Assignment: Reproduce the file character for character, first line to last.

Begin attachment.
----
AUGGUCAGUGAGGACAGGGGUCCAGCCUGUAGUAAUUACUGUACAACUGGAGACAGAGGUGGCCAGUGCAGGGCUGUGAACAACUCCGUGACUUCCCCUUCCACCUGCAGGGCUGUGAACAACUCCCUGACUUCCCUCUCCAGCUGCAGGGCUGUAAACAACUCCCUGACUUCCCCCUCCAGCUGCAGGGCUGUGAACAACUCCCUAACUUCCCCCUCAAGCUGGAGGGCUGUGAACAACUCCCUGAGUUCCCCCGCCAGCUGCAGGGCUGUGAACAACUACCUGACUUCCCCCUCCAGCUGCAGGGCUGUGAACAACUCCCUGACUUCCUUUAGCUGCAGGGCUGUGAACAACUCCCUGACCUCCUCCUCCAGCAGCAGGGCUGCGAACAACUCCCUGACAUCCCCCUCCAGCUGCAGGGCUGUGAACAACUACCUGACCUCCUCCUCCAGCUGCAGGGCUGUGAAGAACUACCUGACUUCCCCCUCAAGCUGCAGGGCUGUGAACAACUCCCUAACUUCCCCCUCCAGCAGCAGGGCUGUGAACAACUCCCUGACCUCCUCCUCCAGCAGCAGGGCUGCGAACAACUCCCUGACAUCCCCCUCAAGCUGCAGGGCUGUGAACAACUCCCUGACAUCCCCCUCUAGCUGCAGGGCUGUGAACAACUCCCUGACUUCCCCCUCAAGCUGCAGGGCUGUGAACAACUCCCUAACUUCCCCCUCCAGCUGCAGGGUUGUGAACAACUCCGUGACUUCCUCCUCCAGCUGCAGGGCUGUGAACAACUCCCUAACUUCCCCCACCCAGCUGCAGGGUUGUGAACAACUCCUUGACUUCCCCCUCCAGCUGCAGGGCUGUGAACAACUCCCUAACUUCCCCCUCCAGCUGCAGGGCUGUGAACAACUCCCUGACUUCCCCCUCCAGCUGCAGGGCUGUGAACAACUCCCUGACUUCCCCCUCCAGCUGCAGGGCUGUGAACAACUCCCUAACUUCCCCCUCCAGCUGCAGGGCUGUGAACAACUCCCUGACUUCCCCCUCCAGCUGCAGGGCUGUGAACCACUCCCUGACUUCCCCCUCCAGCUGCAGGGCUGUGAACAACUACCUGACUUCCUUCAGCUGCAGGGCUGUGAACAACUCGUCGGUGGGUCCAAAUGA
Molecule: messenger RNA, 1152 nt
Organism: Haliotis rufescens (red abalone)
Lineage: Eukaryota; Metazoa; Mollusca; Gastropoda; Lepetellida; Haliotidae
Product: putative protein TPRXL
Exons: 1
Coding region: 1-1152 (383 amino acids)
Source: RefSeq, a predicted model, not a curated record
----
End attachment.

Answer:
AUGGUCAGUGAGGACAGGGGUCCAGCCUGUAGUAAUUACUGUACAACUGGAGACAGAGGUGGCCAGUGCAGGGCUGUGAACAACUCCGUGACUUCCCCUUCCACCUGCAGGGCUGUGAACAACUCCCUGACUUCCCUCUCCAGCUGCAGGGCUGUAAACAACUCCCUGACUUCCCCCUCCAGCUGCAGGGCUGUGAACAACUCCCUAACUUCCCCCUCAAGCUGGAGGGCUGUGAACAACUCCCUGAGUUCCCCCGCCAGCUGCAGGGCUGUGAACAACUACCUGACUUCCCCCUCCAGCUGCAGGGCUGUGAACAACUCCCUGACUUCCUUUAGCUGCAGGGCUGUGAACAACUCCCUGACCUCCUCCUCCAGCAGCAGGGCUGCGAACAACUCCCUGACAUCCCCCUCCAGCUGCAGGGCUGUGAACAACUACCUGACCUCCUCCUCCAGCUGCAGGGCUGUGAAGAACUACCUGACUUCCCCCUCAAGCUGCAGGGCUGUGAACAACUCCCUAACUUCCCCCUCCAGCAGCAGGGCUGUGAACAACUCCCUGACCUCCUCCUCCAGCAGCAGGGCUGCGAACAACUCCCUGACAUCCCCCUCAAGCUGCAGGGCUGUGAACAACUCCCUGACAUCCCCCUCUAGCUGCAGGGCUGUGAACAACUCCCUGACUUCCCCCUCAAGCUGCAGGGCUGUGAACAACUCCCUAACUUCCCCCUCCAGCUGCAGGGUUGUGAACAACUCCGUGACUUCCUCCUCCAGCUGCAGGGCUGUGAACAACUCCCUAACUUCCCCCACCCAGCUGCAGGGUUGUGAACAACUCCUUGACUUCCCCCUCCAGCUGCAGGGCUGUGAACAACUCCCUAACUUCCCCCUCCAGCUGCAGGGCUGUGAACAACUCCCUGACUUCCCCCUCCAGCUGCAGGGCUGUGAACAACUCCCUGACUUCCCCCUCCAGCUGCAGGGCUGUGAACAACUCCCUAACUUCCCCCUCCAGCUGCAGGGCUGUGAACAACUCCCUGACUUCCCCCUCCAGCUGCAGGGCUGUGAACCACUCCCUGACUUCCCCCUCCAGCUGCAGGGCUGUGAACAACUACCUGACUUCCUUCAGCUGCAGGGCUGUGAACAACUCGUCGGUGGGUCCAAAUGA
Molecule: messenger RNA, 1152 nt
Organism: Haliotis rufescens (red abalone)
Lineage: Eukaryota; Metazoa; Mollusca; Gastropoda; Lepetellida; Haliotidae
Product: putative protein TPRXL
Exons: 1
Coding region: 1-1152 (383 amino acids)
Source: RefSeq, a predicted model, not a curated record